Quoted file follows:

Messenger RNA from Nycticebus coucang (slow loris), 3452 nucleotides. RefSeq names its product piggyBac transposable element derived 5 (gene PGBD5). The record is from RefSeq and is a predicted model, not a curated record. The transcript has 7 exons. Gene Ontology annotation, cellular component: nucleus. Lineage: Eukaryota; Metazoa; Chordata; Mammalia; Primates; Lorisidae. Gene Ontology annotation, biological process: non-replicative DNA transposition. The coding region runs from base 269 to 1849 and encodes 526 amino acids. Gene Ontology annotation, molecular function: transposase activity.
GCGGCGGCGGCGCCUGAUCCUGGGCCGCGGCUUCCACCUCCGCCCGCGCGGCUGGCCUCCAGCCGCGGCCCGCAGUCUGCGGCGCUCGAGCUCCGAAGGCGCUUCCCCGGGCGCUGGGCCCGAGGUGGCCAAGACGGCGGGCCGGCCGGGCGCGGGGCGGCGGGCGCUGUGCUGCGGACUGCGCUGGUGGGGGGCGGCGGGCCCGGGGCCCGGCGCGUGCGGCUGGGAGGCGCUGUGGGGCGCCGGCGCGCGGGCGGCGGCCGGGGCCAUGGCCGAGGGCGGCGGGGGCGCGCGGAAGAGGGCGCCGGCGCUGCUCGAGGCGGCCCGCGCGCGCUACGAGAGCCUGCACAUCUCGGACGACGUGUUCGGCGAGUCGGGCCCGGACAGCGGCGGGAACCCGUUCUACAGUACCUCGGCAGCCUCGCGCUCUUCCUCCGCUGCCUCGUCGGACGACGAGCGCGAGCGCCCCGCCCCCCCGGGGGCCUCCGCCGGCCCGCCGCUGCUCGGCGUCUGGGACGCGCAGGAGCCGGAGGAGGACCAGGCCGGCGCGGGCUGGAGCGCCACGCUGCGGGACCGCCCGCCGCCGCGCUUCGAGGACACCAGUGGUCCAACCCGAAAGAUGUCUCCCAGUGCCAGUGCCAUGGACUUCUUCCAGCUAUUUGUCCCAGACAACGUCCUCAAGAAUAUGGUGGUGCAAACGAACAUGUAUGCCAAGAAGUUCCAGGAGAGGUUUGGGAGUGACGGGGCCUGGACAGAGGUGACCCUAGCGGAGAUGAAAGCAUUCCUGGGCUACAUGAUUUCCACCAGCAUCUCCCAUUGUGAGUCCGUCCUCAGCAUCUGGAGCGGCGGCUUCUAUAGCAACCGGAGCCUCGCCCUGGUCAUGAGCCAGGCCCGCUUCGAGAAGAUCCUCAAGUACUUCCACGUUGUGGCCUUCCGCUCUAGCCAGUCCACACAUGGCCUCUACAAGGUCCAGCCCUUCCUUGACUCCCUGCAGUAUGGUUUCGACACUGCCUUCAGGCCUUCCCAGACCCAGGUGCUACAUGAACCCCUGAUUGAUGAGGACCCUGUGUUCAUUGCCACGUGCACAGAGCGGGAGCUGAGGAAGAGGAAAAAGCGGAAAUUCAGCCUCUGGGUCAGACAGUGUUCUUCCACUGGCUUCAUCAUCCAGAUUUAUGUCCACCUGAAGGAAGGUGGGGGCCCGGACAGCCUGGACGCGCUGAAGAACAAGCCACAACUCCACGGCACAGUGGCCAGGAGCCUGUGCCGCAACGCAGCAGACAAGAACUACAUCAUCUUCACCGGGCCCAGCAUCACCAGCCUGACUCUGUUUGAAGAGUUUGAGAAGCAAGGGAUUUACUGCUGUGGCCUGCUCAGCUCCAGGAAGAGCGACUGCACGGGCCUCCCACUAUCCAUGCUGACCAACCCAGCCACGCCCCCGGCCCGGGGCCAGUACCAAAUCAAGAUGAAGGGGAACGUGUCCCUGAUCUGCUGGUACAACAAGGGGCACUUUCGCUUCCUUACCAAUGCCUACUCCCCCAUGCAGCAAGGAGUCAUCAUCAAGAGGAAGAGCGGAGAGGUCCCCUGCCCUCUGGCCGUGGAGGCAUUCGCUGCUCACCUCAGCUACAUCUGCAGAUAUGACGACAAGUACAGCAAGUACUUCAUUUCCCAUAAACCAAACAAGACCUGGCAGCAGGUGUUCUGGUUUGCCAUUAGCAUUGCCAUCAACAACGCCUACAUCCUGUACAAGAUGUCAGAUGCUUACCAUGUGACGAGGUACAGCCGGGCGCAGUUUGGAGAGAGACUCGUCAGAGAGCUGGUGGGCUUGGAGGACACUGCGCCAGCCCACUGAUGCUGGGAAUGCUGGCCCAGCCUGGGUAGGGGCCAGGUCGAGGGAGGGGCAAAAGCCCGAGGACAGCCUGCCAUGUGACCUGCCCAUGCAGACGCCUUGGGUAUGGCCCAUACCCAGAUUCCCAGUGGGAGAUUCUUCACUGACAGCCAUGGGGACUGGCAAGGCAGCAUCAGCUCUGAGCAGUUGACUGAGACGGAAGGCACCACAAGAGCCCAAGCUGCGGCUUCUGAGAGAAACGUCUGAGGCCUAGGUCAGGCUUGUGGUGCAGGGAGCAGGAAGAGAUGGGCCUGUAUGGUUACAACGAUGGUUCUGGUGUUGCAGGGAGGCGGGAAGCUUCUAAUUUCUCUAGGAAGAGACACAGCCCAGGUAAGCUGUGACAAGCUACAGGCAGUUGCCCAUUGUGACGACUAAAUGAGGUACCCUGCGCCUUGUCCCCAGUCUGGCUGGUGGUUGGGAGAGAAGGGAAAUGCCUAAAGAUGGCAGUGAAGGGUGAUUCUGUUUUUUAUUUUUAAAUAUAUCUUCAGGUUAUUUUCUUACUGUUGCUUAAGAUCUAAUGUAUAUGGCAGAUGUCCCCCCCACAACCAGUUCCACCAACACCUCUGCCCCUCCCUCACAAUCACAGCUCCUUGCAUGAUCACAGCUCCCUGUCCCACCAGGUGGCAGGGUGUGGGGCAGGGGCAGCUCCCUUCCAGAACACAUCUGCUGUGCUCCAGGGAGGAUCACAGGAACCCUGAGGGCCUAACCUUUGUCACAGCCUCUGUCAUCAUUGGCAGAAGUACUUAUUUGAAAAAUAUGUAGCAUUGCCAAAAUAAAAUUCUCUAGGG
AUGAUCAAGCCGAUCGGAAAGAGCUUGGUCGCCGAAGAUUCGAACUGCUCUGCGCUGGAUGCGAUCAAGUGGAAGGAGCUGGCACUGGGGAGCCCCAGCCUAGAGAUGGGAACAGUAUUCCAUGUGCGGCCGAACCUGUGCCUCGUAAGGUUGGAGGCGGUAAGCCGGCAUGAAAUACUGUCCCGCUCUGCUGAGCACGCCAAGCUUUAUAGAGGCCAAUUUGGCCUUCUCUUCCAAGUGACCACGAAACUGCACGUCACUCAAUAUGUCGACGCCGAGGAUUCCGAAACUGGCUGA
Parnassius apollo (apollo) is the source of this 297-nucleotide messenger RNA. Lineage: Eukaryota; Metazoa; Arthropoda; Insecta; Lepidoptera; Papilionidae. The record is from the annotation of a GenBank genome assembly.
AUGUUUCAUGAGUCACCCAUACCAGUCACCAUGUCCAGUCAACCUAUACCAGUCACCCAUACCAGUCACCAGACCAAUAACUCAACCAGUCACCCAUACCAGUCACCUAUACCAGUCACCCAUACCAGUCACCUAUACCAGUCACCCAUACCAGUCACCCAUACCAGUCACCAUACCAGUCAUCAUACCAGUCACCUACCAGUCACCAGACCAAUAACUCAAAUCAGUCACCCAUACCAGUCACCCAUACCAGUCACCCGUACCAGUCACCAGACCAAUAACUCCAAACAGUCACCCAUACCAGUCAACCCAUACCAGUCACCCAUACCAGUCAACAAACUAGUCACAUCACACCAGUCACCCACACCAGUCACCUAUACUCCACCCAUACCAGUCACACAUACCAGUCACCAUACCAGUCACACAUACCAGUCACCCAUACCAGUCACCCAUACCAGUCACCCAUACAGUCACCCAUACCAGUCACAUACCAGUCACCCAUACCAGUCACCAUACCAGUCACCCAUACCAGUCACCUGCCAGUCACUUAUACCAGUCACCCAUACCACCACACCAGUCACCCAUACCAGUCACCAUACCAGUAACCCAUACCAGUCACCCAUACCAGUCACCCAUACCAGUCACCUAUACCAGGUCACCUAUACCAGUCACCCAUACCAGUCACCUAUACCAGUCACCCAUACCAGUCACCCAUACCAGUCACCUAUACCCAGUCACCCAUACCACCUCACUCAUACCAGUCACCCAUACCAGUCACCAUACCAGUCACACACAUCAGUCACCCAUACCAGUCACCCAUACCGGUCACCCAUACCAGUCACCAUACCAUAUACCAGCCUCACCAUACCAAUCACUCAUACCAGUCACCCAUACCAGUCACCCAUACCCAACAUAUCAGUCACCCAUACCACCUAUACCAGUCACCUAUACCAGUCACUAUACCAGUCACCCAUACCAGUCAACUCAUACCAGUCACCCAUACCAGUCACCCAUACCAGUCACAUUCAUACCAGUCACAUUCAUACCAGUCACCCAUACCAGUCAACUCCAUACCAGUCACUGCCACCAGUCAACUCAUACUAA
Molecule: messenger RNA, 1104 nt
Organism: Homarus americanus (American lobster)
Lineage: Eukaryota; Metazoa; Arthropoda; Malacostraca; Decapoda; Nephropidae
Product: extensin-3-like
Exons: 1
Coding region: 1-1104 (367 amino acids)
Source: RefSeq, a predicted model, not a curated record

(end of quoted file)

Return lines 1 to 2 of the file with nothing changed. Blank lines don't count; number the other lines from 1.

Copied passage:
Messenger RNA from Nycticebus coucang (slow loris), 3452 nucleotides. RefSeq names its product piggyBac transposable element derived 5 (gene PGBD5). The record is from RefSeq and is a predicted model, not a curated record. The transcript has 7 exons. Gene Ontology annotation, cellular component: nucleus. Lineage: Eukaryota; Metazoa; Chordata; Mammalia; Primates; Lorisidae. Gene Ontology annotation, biological process: non-replicative DNA transposition. The coding region runs from base 269 to 1849 and encodes 526 amino acids. Gene Ontology annotation, molecular function: transposase activity.
GCGGCGGCGGCGCCUGAUCCUGGGCCGCGGCUUCCACCUCCGCCCGCGCGGCUGGCCUCCAGCCGCGGCCCGCAGUCUGCGGCGCUCGAGCUCCGAAGGCGCUUCCCCGGGCGCUGGGCCCGAGGUGGCCAAGACGGCGGGCCGGCCGGGCGCGGGGCGGCGGGCGCUGUGCUGCGGACUGCGCUGGUGGGGGGCGGCGGGCCCGGGGCCCGGCGCGUGCGGCUGGGAGGCGCUGUGGGGCGCCGGCGCGCGGGCGGCGGCCGGGGCCAUGGCCGAGGGCGGCGGGGGCGCGCGGAAGAGGGCGCCGGCGCUGCUCGAGGCGGCCCGCGCGCGCUACGAGAGCCUGCACAUCUCGGACGACGUGUUCGGCGAGUCGGGCCCGGACAGCGGCGGGAACCCGUUCUACAGUACCUCGGCAGCCUCGCGCUCUUCCUCCGCUGCCUCGUCGGACGACGAGCGCGAGCGCCCCGCCCCCCCGGGGGCCUCCGCCGGCCCGCCGCUGCUCGGCGUCUGGGACGCGCAGGAGCCGGAGGAGGACCAGGCCGGCGCGGGCUGGAGCGCCACGCUGCGGGACCGCCCGCCGCCGCGCUUCGAGGACACCAGUGGUCCAACCCGAAAGAUGUCUCCCAGUGCCAGUGCCAUGGACUUCUUCCAGCUAUUUGUCCCAGACAACGUCCUCAAGAAUAUGGUGGUGCAAACGAACAUGUAUGCCAAGAAGUUCCAGGAGAGGUUUGGGAGUGACGGGGCCUGGACAGAGGUGACCCUAGCGGAGAUGAAAGCAUUCCUGGGCUACAUGAUUUCCACCAGCAUCUCCCAUUGUGAGUCCGUCCUCAGCAUCUGGAGCGGCGGCUUCUAUAGCAACCGGAGCCUCGCCCUGGUCAUGAGCCAGGCCCGCUUCGAGAAGAUCCUCAAGUACUUCCACGUUGUGGCCUUCCGCUCUAGCCAGUCCACACAUGGCCUCUACAAGGUCCAGCCCUUCCUUGACUCCCUGCAGUAUGGUUUCGACACUGCCUUCAGGCCUUCCCAGACCCAGGUGCUACAUGAACCCCUGAUUGAUGAGGACCCUGUGUUCAUUGCCACGUGCACAGAGCGGGAGCUGAGGAAGAGGAAAAAGCGGAAAUUCAGCCUCUGGGUCAGACAGUGUUCUUCCACUGGCUUCAUCAUCCAGAUUUAUGUCCACCUGAAGGAAGGUGGGGGCCCGGACAGCCUGGACGCGCUGAAGAACAAGCCACAACUCCACGGCACAGUGGCCAGGAGCCUGUGCCGCAACGCAGCAGACAAGAACUACAUCAUCUUCACCGGGCCCAGCAUCACCAGCCUGACUCUGUUUGAAGAGUUUGAGAAGCAAGGGAUUUACUGCUGUGGCCUGCUCAGCUCCAGGAAGAGCGACUGCACGGGCCUCCCACUAUCCAUGCUGACCAACCCAGCCACGCCCCCGGCCCGGGGCCAGUACCAAAUCAAGAUGAAGGGGAACGUGUCCCUGAUCUGCUGGUACAACAAGGGGCACUUUCGCUUCCUUACCAAUGCCUACUCCCCCAUGCAGCAAGGAGUCAUCAUCAAGAGGAAGAGCGGAGAGGUCCCCUGCCCUCUGGCCGUGGAGGCAUUCGCUGCUCACCUCAGCUACAUCUGCAGAUAUGACGACAAGUACAGCAAGUACUUCAUUUCCCAUAAACCAAACAAGACCUGGCAGCAGGUGUUCUGGUUUGCCAUUAGCAUUGCCAUCAACAACGCCUACAUCCUGUACAAGAUGUCAGAUGCUUACCAUGUGACGAGGUACAGCCGGGCGCAGUUUGGAGAGAGACUCGUCAGAGAGCUGGUGGGCUUGGAGGACACUGCGCCAGCCCACUGAUGCUGGGAAUGCUGGCCCAGCCUGGGUAGGGGCCAGGUCGAGGGAGGGGCAAAAGCCCGAGGACAGCCUGCCAUGUGACCUGCCCAUGCAGACGCCUUGGGUAUGGCCCAUACCCAGAUUCCCAGUGGGAGAUUCUUCACUGACAGCCAUGGGGACUGGCAAGGCAGCAUCAGCUCUGAGCAGUUGACUGAGACGGAAGGCACCACAAGAGCCCAAGCUGCGGCUUCUGAGAGAAACGUCUGAGGCCUAGGUCAGGCUUGUGGUGCAGGGAGCAGGAAGAGAUGGGCCUGUAUGGUUACAACGAUGGUUCUGGUGUUGCAGGGAGGCGGGAAGCUUCUAAUUUCUCUAGGAAGAGACACAGCCCAGGUAAGCUGUGACAAGCUACAGGCAGUUGCCCAUUGUGACGACUAAAUGAGGUACCCUGCGCCUUGUCCCCAGUCUGGCUGGUGGUUGGGAGAGAAGGGAAAUGCCUAAAGAUGGCAGUGAAGGGUGAUUCUGUUUUUUAUUUUUAAAUAUAUCUUCAGGUUAUUUUCUUACUGUUGCUUAAGAUCUAAUGUAUAUGGCAGAUGUCCCCCCCACAACCAGUUCCACCAACACCUCUGCCCCUCCCUCACAAUCACAGCUCCUUGCAUGAUCACAGCUCCCUGUCCCACCAGGUGGCAGGGUGUGGGGCAGGGGCAGCUCCCUUCCAGAACACAUCUGCUGUGCUCCAGGGAGGAUCACAGGAACCCUGAGGGCCUAACCUUUGUCACAGCCUCUGUCAUCAUUGGCAGAAGUACUUAUUUGAAAAAUAUGUAGCAUUGCCAAAAUAAAAUUCUCUAGGG